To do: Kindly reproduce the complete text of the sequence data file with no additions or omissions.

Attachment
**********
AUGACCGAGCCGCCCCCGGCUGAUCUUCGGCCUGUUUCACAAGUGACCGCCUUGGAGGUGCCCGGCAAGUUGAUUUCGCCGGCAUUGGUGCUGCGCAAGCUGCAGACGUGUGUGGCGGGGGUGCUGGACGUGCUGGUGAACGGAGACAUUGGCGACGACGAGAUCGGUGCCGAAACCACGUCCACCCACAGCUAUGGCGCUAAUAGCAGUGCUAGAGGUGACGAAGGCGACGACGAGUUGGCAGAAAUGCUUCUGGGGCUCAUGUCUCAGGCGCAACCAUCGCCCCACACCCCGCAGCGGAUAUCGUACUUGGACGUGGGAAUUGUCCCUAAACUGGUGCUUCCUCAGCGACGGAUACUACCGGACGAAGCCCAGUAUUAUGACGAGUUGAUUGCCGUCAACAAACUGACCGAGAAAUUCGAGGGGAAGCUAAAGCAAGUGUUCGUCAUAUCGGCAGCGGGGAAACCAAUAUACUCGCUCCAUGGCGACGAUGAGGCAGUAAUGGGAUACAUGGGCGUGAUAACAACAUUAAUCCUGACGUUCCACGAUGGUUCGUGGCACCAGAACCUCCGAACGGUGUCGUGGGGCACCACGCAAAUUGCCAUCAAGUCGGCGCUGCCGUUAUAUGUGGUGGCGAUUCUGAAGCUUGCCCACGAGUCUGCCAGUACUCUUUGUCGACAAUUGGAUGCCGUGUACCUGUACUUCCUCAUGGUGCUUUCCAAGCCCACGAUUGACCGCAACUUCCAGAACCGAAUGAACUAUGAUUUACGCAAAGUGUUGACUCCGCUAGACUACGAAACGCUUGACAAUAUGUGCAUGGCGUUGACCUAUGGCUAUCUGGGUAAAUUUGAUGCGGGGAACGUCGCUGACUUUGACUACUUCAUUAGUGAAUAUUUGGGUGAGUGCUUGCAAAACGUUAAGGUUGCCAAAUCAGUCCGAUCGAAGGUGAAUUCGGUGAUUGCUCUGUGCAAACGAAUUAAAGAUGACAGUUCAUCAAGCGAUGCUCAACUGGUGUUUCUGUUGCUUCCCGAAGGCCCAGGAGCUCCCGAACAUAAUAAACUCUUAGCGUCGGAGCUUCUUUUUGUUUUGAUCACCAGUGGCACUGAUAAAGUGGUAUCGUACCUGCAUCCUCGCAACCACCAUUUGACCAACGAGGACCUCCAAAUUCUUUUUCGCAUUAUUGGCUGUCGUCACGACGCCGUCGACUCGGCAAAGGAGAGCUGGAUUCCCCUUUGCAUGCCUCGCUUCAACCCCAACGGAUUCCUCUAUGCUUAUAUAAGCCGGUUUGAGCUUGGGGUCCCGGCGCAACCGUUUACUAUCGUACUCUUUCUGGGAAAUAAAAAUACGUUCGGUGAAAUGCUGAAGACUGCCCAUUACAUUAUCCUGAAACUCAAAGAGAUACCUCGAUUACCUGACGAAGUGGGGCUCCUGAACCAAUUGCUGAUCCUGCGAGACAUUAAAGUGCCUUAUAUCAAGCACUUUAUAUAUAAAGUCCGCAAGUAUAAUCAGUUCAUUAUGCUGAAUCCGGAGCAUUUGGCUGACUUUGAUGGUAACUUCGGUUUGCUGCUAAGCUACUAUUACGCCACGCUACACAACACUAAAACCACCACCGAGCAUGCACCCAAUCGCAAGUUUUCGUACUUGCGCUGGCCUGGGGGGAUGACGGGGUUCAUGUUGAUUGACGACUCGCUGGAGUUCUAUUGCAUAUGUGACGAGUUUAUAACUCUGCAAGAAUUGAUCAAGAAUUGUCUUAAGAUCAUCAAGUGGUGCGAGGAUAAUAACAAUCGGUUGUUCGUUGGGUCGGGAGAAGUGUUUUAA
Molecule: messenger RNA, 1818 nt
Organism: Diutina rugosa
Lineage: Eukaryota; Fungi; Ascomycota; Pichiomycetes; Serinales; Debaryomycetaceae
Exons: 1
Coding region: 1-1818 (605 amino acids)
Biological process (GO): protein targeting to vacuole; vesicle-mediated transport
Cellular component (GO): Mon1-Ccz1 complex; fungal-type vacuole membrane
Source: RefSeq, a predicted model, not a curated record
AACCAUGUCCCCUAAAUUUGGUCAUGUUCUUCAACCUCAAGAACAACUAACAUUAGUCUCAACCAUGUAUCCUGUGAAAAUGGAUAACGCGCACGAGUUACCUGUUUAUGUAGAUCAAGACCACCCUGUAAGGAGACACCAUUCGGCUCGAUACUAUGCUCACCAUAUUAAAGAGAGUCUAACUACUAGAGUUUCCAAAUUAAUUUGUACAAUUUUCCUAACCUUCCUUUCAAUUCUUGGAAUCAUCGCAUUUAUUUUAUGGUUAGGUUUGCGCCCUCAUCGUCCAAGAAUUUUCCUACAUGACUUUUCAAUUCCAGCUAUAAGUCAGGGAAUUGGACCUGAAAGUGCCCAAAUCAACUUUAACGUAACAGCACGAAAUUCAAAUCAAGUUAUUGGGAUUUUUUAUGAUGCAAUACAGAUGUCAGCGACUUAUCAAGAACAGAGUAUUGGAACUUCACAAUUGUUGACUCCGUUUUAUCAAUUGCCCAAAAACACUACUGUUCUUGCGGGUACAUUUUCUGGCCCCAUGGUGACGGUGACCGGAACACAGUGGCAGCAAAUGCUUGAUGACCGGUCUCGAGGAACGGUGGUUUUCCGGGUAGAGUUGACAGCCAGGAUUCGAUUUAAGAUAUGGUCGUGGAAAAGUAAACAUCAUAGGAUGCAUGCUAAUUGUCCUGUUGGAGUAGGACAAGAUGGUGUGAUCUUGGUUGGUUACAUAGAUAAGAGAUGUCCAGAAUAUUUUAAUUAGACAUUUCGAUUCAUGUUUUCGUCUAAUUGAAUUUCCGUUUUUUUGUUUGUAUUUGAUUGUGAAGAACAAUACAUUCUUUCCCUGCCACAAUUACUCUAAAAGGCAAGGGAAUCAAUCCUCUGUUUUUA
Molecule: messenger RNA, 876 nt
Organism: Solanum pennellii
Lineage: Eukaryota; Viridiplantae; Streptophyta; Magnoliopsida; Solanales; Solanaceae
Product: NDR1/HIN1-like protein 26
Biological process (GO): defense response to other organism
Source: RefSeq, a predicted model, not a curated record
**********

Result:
AUGACCGAGCCGCCCCCGGCUGAUCUUCGGCCUGUUUCACAAGUGACCGCCUUGGAGGUGCCCGGCAAGUUGAUUUCGCCGGCAUUGGUGCUGCGCAAGCUGCAGACGUGUGUGGCGGGGGUGCUGGACGUGCUGGUGAACGGAGACAUUGGCGACGACGAGAUCGGUGCCGAAACCACGUCCACCCACAGCUAUGGCGCUAAUAGCAGUGCUAGAGGUGACGAAGGCGACGACGAGUUGGCAGAAAUGCUUCUGGGGCUCAUGUCUCAGGCGCAACCAUCGCCCCACACCCCGCAGCGGAUAUCGUACUUGGACGUGGGAAUUGUCCCUAAACUGGUGCUUCCUCAGCGACGGAUACUACCGGACGAAGCCCAGUAUUAUGACGAGUUGAUUGCCGUCAACAAACUGACCGAGAAAUUCGAGGGGAAGCUAAAGCAAGUGUUCGUCAUAUCGGCAGCGGGGAAACCAAUAUACUCGCUCCAUGGCGACGAUGAGGCAGUAAUGGGAUACAUGGGCGUGAUAACAACAUUAAUCCUGACGUUCCACGAUGGUUCGUGGCACCAGAACCUCCGAACGGUGUCGUGGGGCACCACGCAAAUUGCCAUCAAGUCGGCGCUGCCGUUAUAUGUGGUGGCGAUUCUGAAGCUUGCCCACGAGUCUGCCAGUACUCUUUGUCGACAAUUGGAUGCCGUGUACCUGUACUUCCUCAUGGUGCUUUCCAAGCCCACGAUUGACCGCAACUUCCAGAACCGAAUGAACUAUGAUUUACGCAAAGUGUUGACUCCGCUAGACUACGAAACGCUUGACAAUAUGUGCAUGGCGUUGACCUAUGGCUAUCUGGGUAAAUUUGAUGCGGGGAACGUCGCUGACUUUGACUACUUCAUUAGUGAAUAUUUGGGUGAGUGCUUGCAAAACGUUAAGGUUGCCAAAUCAGUCCGAUCGAAGGUGAAUUCGGUGAUUGCUCUGUGCAAACGAAUUAAAGAUGACAGUUCAUCAAGCGAUGCUCAACUGGUGUUUCUGUUGCUUCCCGAAGGCCCAGGAGCUCCCGAACAUAAUAAACUCUUAGCGUCGGAGCUUCUUUUUGUUUUGAUCACCAGUGGCACUGAUAAAGUGGUAUCGUACCUGCAUCCUCGCAACCACCAUUUGACCAACGAGGACCUCCAAAUUCUUUUUCGCAUUAUUGGCUGUCGUCACGACGCCGUCGACUCGGCAAAGGAGAGCUGGAUUCCCCUUUGCAUGCCUCGCUUCAACCCCAACGGAUUCCUCUAUGCUUAUAUAAGCCGGUUUGAGCUUGGGGUCCCGGCGCAACCGUUUACUAUCGUACUCUUUCUGGGAAAUAAAAAUACGUUCGGUGAAAUGCUGAAGACUGCCCAUUACAUUAUCCUGAAACUCAAAGAGAUACCUCGAUUACCUGACGAAGUGGGGCUCCUGAACCAAUUGCUGAUCCUGCGAGACAUUAAAGUGCCUUAUAUCAAGCACUUUAUAUAUAAAGUCCGCAAGUAUAAUCAGUUCAUUAUGCUGAAUCCGGAGCAUUUGGCUGACUUUGAUGGUAACUUCGGUUUGCUGCUAAGCUACUAUUACGCCACGCUACACAACACUAAAACCACCACCGAGCAUGCACCCAAUCGCAAGUUUUCGUACUUGCGCUGGCCUGGGGGGAUGACGGGGUUCAUGUUGAUUGACGACUCGCUGGAGUUCUAUUGCAUAUGUGACGAGUUUAUAACUCUGCAAGAAUUGAUCAAGAAUUGUCUUAAGAUCAUCAAGUGGUGCGAGGAUAAUAACAAUCGGUUGUUCGUUGGGUCGGGAGAAGUGUUUUAA
Molecule: messenger RNA, 1818 nt
Organism: Diutina rugosa
Lineage: Eukaryota; Fungi; Ascomycota; Pichiomycetes; Serinales; Debaryomycetaceae
Exons: 1
Coding region: 1-1818 (605 amino acids)
Biological process (GO): protein targeting to vacuole; vesicle-mediated transport
Cellular component (GO): Mon1-Ccz1 complex; fungal-type vacuole membrane
Source: RefSeq, a predicted model, not a curated record
AACCAUGUCCCCUAAAUUUGGUCAUGUUCUUCAACCUCAAGAACAACUAACAUUAGUCUCAACCAUGUAUCCUGUGAAAAUGGAUAACGCGCACGAGUUACCUGUUUAUGUAGAUCAAGACCACCCUGUAAGGAGACACCAUUCGGCUCGAUACUAUGCUCACCAUAUUAAAGAGAGUCUAACUACUAGAGUUUCCAAAUUAAUUUGUACAAUUUUCCUAACCUUCCUUUCAAUUCUUGGAAUCAUCGCAUUUAUUUUAUGGUUAGGUUUGCGCCCUCAUCGUCCAAGAAUUUUCCUACAUGACUUUUCAAUUCCAGCUAUAAGUCAGGGAAUUGGACCUGAAAGUGCCCAAAUCAACUUUAACGUAACAGCACGAAAUUCAAAUCAAGUUAUUGGGAUUUUUUAUGAUGCAAUACAGAUGUCAGCGACUUAUCAAGAACAGAGUAUUGGAACUUCACAAUUGUUGACUCCGUUUUAUCAAUUGCCCAAAAACACUACUGUUCUUGCGGGUACAUUUUCUGGCCCCAUGGUGACGGUGACCGGAACACAGUGGCAGCAAAUGCUUGAUGACCGGUCUCGAGGAACGGUGGUUUUCCGGGUAGAGUUGACAGCCAGGAUUCGAUUUAAGAUAUGGUCGUGGAAAAGUAAACAUCAUAGGAUGCAUGCUAAUUGUCCUGUUGGAGUAGGACAAGAUGGUGUGAUCUUGGUUGGUUACAUAGAUAAGAGAUGUCCAGAAUAUUUUAAUUAGACAUUUCGAUUCAUGUUUUCGUCUAAUUGAAUUUCCGUUUUUUUGUUUGUAUUUGAUUGUGAAGAACAAUACAUUCUUUCCCUGCCACAAUUACUCUAAAAGGCAAGGGAAUCAAUCCUCUGUUUUUA
Molecule: messenger RNA, 876 nt
Organism: Solanum pennellii
Lineage: Eukaryota; Viridiplantae; Streptophyta; Magnoliopsida; Solanales; Solanaceae
Product: NDR1/HIN1-like protein 26
Biological process (GO): defense response to other organism
Source: RefSeq, a predicted model, not a curated record